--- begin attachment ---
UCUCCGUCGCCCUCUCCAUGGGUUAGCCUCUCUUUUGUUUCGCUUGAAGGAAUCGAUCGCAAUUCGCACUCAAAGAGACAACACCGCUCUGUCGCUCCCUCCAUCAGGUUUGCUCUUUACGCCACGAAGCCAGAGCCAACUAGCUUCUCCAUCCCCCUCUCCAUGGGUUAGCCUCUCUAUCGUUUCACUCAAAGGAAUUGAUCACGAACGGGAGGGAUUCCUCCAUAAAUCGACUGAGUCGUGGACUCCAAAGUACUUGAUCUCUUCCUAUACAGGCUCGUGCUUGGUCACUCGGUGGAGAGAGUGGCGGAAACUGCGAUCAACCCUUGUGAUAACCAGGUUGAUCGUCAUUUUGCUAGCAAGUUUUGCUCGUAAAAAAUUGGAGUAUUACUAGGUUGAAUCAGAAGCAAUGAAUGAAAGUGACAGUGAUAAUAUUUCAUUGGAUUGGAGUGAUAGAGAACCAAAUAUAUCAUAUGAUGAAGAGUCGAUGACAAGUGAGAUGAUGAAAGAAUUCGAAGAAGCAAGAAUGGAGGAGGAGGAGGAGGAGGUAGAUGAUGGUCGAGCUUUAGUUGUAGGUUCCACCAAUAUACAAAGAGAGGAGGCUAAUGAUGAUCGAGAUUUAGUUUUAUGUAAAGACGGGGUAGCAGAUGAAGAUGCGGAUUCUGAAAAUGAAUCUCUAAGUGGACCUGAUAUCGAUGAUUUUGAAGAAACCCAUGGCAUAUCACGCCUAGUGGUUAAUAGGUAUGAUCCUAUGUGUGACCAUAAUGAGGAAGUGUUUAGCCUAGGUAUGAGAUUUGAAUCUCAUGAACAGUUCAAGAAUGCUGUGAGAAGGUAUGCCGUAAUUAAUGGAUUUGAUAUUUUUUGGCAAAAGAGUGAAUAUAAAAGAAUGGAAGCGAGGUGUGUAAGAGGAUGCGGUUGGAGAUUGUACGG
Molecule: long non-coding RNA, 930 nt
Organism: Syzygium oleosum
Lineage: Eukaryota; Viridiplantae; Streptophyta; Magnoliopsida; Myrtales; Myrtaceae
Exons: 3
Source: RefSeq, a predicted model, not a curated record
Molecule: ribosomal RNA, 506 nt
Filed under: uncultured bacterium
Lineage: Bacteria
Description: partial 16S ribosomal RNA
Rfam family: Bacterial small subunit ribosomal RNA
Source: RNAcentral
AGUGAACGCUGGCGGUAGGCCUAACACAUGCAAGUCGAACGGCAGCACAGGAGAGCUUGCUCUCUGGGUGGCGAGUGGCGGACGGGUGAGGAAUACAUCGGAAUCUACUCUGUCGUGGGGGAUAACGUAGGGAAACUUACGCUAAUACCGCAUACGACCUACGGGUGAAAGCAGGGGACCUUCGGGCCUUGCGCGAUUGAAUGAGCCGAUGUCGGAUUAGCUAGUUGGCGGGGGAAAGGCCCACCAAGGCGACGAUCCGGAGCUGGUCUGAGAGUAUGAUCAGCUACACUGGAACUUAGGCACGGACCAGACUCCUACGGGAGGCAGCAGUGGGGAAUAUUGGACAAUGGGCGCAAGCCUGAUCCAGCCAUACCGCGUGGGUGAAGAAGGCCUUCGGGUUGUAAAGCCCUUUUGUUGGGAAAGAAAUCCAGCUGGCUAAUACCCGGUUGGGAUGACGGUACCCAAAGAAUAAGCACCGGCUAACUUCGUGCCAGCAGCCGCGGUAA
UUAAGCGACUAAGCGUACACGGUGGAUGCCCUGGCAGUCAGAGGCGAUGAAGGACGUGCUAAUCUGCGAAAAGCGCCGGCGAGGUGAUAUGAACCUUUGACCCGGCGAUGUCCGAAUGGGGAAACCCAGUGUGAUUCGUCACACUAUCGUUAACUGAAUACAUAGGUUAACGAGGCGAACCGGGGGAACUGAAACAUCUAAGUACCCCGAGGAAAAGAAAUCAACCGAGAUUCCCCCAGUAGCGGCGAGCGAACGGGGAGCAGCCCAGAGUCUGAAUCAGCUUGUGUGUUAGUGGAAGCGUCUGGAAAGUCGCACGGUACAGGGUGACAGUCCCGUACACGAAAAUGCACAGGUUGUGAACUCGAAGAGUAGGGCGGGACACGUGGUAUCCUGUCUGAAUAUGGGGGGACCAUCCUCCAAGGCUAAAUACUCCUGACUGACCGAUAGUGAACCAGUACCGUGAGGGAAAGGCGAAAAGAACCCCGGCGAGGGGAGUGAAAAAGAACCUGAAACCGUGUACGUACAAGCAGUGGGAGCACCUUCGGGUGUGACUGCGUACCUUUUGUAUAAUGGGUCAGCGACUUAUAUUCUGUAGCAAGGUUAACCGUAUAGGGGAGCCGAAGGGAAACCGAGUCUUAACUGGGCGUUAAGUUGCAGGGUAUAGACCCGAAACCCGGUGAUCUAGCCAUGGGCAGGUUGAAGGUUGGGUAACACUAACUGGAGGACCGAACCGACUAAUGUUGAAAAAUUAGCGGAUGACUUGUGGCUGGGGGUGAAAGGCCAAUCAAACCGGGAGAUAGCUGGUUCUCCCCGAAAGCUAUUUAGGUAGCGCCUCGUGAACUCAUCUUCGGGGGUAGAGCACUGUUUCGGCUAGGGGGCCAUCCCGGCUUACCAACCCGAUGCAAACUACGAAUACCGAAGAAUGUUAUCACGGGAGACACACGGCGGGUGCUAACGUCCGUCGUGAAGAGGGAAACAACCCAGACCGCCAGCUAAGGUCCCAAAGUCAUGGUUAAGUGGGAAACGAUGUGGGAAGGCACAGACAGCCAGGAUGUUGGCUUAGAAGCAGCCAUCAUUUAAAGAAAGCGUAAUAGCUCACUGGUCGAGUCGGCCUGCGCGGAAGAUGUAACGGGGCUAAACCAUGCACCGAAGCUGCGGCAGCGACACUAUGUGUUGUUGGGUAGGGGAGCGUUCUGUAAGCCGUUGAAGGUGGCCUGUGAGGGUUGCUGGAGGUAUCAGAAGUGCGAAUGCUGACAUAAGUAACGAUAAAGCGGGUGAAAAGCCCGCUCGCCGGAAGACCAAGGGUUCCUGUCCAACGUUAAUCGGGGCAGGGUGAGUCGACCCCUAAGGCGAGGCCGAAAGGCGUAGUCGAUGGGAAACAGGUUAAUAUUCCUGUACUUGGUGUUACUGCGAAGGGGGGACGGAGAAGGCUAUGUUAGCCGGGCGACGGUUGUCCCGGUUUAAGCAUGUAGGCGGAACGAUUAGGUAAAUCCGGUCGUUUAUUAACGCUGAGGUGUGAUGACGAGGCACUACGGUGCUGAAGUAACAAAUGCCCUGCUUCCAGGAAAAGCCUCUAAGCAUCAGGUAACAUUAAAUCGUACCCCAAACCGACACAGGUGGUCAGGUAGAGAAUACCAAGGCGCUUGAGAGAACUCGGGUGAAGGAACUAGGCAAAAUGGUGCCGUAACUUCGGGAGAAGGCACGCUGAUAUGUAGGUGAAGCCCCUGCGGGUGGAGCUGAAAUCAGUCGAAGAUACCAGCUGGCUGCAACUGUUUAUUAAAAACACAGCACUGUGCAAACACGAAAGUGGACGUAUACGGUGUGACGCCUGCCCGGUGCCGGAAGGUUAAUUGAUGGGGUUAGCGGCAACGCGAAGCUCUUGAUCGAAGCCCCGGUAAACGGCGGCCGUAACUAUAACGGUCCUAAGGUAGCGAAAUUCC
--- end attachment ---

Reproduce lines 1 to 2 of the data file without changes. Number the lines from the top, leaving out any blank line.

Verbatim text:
UCUCCGUCGCCCUCUCCAUGGGUUAGCCUCUCUUUUGUUUCGCUUGAAGGAAUCGAUCGCAAUUCGCACUCAAAGAGACAACACCGCUCUGUCGCUCCCUCCAUCAGGUUUGCUCUUUACGCCACGAAGCCAGAGCCAACUAGCUUCUCCAUCCCCCUCUCCAUGGGUUAGCCUCUCUAUCGUUUCACUCAAAGGAAUUGAUCACGAACGGGAGGGAUUCCUCCAUAAAUCGACUGAGUCGUGGACUCCAAAGUACUUGAUCUCUUCCUAUACAGGCUCGUGCUUGGUCACUCGGUGGAGAGAGUGGCGGAAACUGCGAUCAACCCUUGUGAUAACCAGGUUGAUCGUCAUUUUGCUAGCAAGUUUUGCUCGUAAAAAAUUGGAGUAUUACUAGGUUGAAUCAGAAGCAAUGAAUGAAAGUGACAGUGAUAAUAUUUCAUUGGAUUGGAGUGAUAGAGAACCAAAUAUAUCAUAUGAUGAAGAGUCGAUGACAAGUGAGAUGAUGAAAGAAUUCGAAGAAGCAAGAAUGGAGGAGGAGGAGGAGGAGGUAGAUGAUGGUCGAGCUUUAGUUGUAGGUUCCACCAAUAUACAAAGAGAGGAGGCUAAUGAUGAUCGAGAUUUAGUUUUAUGUAAAGACGGGGUAGCAGAUGAAGAUGCGGAUUCUGAAAAUGAAUCUCUAAGUGGACCUGAUAUCGAUGAUUUUGAAGAAACCCAUGGCAUAUCACGCCUAGUGGUUAAUAGGUAUGAUCCUAUGUGUGACCAUAAUGAGGAAGUGUUUAGCCUAGGUAUGAGAUUUGAAUCUCAUGAACAGUUCAAGAAUGCUGUGAGAAGGUAUGCCGUAAUUAAUGGAUUUGAUAUUUUUUGGCAAAAGAGUGAAUAUAAAAGAAUGGAAGCGAGGUGUGUAAGAGGAUGCGGUUGGAGAUUGUACGG
Molecule: long non-coding RNA, 930 nt